What is the difference between a translation and a Galilean transformation?
In a Galilean transformation: $$ x’=x-V_x t,\qquad y’=y-V_yt\, ,\qquad z’=z-V_z t\, ,\qquad t’=t $$ whereas in (spatial) translation $$ x’=x-r_x\, ,\qquad y’=y-r_y\, ,\qquad z’=z-r_z\, ,\qquad t’=t\, . $$ The Galilean transformation depends explicitly on the relative velocity $\vec V$ and the time $t$: for different $t$’s you add a different vector $\vec V t$, whereas the simple translation adds a fixed time-independent vector $\vec r$ to each coordinate.
Since the bit you add in the Galilean transformation is time-dependent, it affects how velocities transform: $$ \vec v’=\vec v-\vec V $$ whereas, for a simple translation, $\vec v’=\vec v$ since there is no time-dependence on the shift in position.
A Galilean transformation is a translation per unit time: whereas a translation just displaces all space by some vector, a Galilean transformation displaces space by some vector that is different at different moments in time. More precisely, it depends linearly on time.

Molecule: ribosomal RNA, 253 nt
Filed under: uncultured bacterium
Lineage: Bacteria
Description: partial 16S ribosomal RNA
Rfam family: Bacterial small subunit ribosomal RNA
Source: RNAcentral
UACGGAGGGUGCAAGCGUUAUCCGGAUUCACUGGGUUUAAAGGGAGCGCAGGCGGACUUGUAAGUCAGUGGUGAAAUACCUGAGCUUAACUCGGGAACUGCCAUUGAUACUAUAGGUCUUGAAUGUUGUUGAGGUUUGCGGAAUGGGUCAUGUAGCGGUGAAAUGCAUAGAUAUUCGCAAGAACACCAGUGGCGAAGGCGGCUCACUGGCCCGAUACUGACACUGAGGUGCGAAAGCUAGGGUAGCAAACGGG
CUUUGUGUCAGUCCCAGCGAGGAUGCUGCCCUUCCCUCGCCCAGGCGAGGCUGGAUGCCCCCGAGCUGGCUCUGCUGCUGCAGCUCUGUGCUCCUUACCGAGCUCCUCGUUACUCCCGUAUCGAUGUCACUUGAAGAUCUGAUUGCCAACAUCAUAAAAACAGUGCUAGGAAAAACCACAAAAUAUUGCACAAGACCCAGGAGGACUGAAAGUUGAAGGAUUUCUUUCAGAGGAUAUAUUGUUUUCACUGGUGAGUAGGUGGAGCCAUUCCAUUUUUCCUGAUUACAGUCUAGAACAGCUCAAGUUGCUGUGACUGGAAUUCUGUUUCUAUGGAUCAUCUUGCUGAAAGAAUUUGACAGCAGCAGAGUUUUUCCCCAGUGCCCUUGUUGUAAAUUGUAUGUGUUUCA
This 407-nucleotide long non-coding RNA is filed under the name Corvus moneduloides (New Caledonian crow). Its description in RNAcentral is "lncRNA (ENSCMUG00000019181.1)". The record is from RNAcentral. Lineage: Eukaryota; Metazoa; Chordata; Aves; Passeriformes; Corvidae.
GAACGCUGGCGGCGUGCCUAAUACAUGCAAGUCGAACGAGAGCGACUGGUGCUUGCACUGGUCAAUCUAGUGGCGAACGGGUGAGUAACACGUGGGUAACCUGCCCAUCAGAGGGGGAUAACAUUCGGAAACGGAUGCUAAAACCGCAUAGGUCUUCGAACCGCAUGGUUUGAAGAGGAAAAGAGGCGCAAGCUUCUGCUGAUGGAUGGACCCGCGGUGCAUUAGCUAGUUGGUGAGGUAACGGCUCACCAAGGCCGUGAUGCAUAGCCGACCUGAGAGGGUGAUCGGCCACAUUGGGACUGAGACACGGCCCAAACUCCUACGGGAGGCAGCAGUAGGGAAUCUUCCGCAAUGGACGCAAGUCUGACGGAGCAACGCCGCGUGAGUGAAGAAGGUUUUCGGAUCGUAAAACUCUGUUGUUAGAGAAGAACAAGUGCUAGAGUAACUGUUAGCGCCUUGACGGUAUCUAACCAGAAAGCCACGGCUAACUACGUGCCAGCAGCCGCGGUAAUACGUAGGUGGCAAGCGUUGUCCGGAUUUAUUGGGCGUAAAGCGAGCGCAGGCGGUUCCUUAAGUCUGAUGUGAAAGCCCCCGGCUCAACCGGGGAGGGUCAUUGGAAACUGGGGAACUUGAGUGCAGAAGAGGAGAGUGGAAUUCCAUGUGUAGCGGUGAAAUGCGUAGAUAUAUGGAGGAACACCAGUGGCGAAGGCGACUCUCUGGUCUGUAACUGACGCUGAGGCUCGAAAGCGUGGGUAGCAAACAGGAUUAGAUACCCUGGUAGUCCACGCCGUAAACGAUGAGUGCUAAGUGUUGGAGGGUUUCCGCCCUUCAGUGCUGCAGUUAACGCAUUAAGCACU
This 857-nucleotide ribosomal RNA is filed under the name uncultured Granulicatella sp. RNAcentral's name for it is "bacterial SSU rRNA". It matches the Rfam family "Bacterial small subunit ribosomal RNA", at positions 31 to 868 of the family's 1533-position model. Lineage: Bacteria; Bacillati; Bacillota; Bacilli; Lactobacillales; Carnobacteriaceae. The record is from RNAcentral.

If you've encountered spacetime diagrams before: on an (x, t) spacetime diagram, a translation would just be shifting the whole of the diagram to the right or to the left, whereas a Galilean transformation involves skewing the diagram.
A Galilean transformation (or “Galilean boost”) is a change to a second inertial reference frame that is moving with constant velocity relative to the first one, but where the origin and axes align, so there is no translation at $t=0$ and no rotation at any time.
Imagine a bicyclist passing by you. His frame is boosted from yours. Yours is boosted from his, in the opposite direction.
Galilean boosts are the Newtonian equivalent of Lorentz boosts in Special Relativity.
In a translation, the frames do not have any relative motion. They just have different origins (but aligned axes).